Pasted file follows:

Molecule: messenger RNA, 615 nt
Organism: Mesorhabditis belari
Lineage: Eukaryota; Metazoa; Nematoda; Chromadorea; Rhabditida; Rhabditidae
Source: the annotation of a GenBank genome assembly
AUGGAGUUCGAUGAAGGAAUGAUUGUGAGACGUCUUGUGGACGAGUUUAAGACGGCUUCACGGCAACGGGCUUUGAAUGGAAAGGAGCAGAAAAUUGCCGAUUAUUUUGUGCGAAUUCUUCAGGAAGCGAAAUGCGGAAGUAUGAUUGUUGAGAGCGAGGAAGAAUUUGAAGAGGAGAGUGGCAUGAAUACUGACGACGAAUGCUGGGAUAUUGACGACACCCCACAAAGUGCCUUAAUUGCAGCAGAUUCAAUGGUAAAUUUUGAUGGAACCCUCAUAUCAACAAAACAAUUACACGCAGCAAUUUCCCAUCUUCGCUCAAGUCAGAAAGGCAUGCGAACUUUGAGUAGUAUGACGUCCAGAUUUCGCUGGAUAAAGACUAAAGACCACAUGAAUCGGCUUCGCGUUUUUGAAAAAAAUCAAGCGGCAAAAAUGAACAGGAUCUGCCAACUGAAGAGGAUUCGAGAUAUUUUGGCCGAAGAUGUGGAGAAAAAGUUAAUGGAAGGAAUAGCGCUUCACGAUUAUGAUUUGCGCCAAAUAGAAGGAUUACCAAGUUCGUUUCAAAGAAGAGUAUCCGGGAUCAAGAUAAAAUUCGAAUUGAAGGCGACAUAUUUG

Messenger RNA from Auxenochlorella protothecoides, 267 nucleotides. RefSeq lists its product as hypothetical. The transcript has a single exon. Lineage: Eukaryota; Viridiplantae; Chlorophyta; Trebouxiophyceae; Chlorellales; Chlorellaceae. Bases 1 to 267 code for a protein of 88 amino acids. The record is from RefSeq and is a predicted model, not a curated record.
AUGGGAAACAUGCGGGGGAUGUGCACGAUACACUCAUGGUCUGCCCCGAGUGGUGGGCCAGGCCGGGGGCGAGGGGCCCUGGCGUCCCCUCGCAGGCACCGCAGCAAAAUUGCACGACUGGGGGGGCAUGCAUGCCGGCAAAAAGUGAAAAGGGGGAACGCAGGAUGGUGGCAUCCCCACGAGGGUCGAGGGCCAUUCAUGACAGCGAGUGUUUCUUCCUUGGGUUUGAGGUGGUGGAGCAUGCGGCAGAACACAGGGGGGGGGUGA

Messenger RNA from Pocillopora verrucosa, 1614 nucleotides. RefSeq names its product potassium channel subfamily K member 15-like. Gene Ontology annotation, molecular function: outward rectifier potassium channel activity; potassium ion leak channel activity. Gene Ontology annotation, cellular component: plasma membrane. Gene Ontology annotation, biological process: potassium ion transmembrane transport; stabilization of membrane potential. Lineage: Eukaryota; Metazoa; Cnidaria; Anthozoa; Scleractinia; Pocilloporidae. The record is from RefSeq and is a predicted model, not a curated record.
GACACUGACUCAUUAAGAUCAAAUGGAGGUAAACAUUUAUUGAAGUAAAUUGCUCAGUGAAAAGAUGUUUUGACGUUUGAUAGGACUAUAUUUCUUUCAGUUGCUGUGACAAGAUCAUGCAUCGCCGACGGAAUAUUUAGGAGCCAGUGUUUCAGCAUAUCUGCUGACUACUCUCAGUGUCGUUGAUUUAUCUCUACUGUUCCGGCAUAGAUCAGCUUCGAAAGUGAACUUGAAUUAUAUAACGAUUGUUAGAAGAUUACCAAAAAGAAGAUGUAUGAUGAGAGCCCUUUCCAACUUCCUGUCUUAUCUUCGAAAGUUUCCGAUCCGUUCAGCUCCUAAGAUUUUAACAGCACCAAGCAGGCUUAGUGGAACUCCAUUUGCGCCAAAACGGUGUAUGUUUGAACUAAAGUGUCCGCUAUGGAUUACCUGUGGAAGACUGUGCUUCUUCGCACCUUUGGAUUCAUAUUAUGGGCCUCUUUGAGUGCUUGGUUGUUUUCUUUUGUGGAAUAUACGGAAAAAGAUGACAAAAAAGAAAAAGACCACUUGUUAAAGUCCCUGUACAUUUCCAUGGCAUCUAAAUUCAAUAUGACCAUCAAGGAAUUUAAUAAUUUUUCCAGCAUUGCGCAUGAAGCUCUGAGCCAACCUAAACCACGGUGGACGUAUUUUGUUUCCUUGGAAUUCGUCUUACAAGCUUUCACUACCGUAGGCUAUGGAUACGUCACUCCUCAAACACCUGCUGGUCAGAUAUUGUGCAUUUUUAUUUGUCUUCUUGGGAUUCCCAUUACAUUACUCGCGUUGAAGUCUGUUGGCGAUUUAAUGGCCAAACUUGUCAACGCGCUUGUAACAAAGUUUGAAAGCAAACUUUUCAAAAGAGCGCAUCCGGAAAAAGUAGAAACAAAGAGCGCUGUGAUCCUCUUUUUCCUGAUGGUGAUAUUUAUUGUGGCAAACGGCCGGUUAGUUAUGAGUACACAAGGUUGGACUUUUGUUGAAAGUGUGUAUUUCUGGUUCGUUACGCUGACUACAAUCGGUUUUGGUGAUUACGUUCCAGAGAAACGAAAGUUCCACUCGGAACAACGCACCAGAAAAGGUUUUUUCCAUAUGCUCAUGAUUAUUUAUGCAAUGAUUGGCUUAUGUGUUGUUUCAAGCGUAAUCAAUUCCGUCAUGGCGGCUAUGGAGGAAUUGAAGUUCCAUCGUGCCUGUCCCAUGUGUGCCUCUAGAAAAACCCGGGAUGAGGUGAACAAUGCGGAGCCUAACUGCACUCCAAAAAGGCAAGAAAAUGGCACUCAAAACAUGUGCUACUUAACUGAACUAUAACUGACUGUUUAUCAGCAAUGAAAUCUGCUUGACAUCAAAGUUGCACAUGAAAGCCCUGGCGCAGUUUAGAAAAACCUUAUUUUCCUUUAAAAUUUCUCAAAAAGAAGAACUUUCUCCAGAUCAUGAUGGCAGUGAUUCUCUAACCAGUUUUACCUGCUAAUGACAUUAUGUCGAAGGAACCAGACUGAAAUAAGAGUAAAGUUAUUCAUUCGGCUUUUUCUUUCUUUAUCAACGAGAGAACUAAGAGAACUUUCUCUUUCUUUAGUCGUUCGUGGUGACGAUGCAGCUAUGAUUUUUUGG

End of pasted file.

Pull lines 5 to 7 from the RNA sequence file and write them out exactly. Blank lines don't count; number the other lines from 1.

AUGGAGUUCGAUGAAGGAAUGAUUGUGAGACGUCUUGUGGACGAGUUUAAGACGGCUUCACGGCAACGGGCUUUGAAUGGAAAGGAGCAGAAAAUUGCCGAUUAUUUUGUGCGAAUUCUUCAGGAAGCGAAAUGCGGAAGUAUGAUUGUUGAGAGCGAGGAAGAAUUUGAAGAGGAGAGUGGCAUGAAUACUGACGACGAAUGCUGGGAUAUUGACGACACCCCACAAAGUGCCUUAAUUGCAGCAGAUUCAAUGGUAAAUUUUGAUGGAACCCUCAUAUCAACAAAACAAUUACACGCAGCAAUUUCCCAUCUUCGCUCAAGUCAGAAAGGCAUGCGAACUUUGAGUAGUAUGACGUCCAGAUUUCGCUGGAUAAAGACUAAAGACCACAUGAAUCGGCUUCGCGUUUUUGAAAAAAAUCAAGCGGCAAAAAUGAACAGGAUCUGCCAACUGAAGAGGAUUCGAGAUAUUUUGGCCGAAGAUGUGGAGAAAAAGUUAAUGGAAGGAAUAGCGCUUCACGAUUAUGAUUUGCGCCAAAUAGAAGGAUUACCAAGUUCGUUUCAAAGAAGAGUAUCCGGGAUCAAGAUAAAAUUCGAAUUGAAGGCGACAUAUUUG

Messenger RNA from Auxenochlorella protothecoides, 267 nucleotides. RefSeq lists its product as hypothetical. The transcript has a single exon. Lineage: Eukaryota; Viridiplantae; Chlorophyta; Trebouxiophyceae; Chlorellales; Chlorellaceae. Bases 1 to 267 code for a protein of 88 amino acids. The record is from RefSeq and is a predicted model, not a curated record.
AUGGGAAACAUGCGGGGGAUGUGCACGAUACACUCAUGGUCUGCCCCGAGUGGUGGGCCAGGCCGGGGGCGAGGGGCCCUGGCGUCCCCUCGCAGGCACCGCAGCAAAAUUGCACGACUGGGGGGGCAUGCAUGCCGGCAAAAAGUGAAAAGGGGGAACGCAGGAUGGUGGCAUCCCCACGAGGGUCGAGGGCCAUUCAUGACAGCGAGUGUUUCUUCCUUGGGUUUGAGGUGGUGGAGCAUGCGGCAGAACACAGGGGGGGGGUGA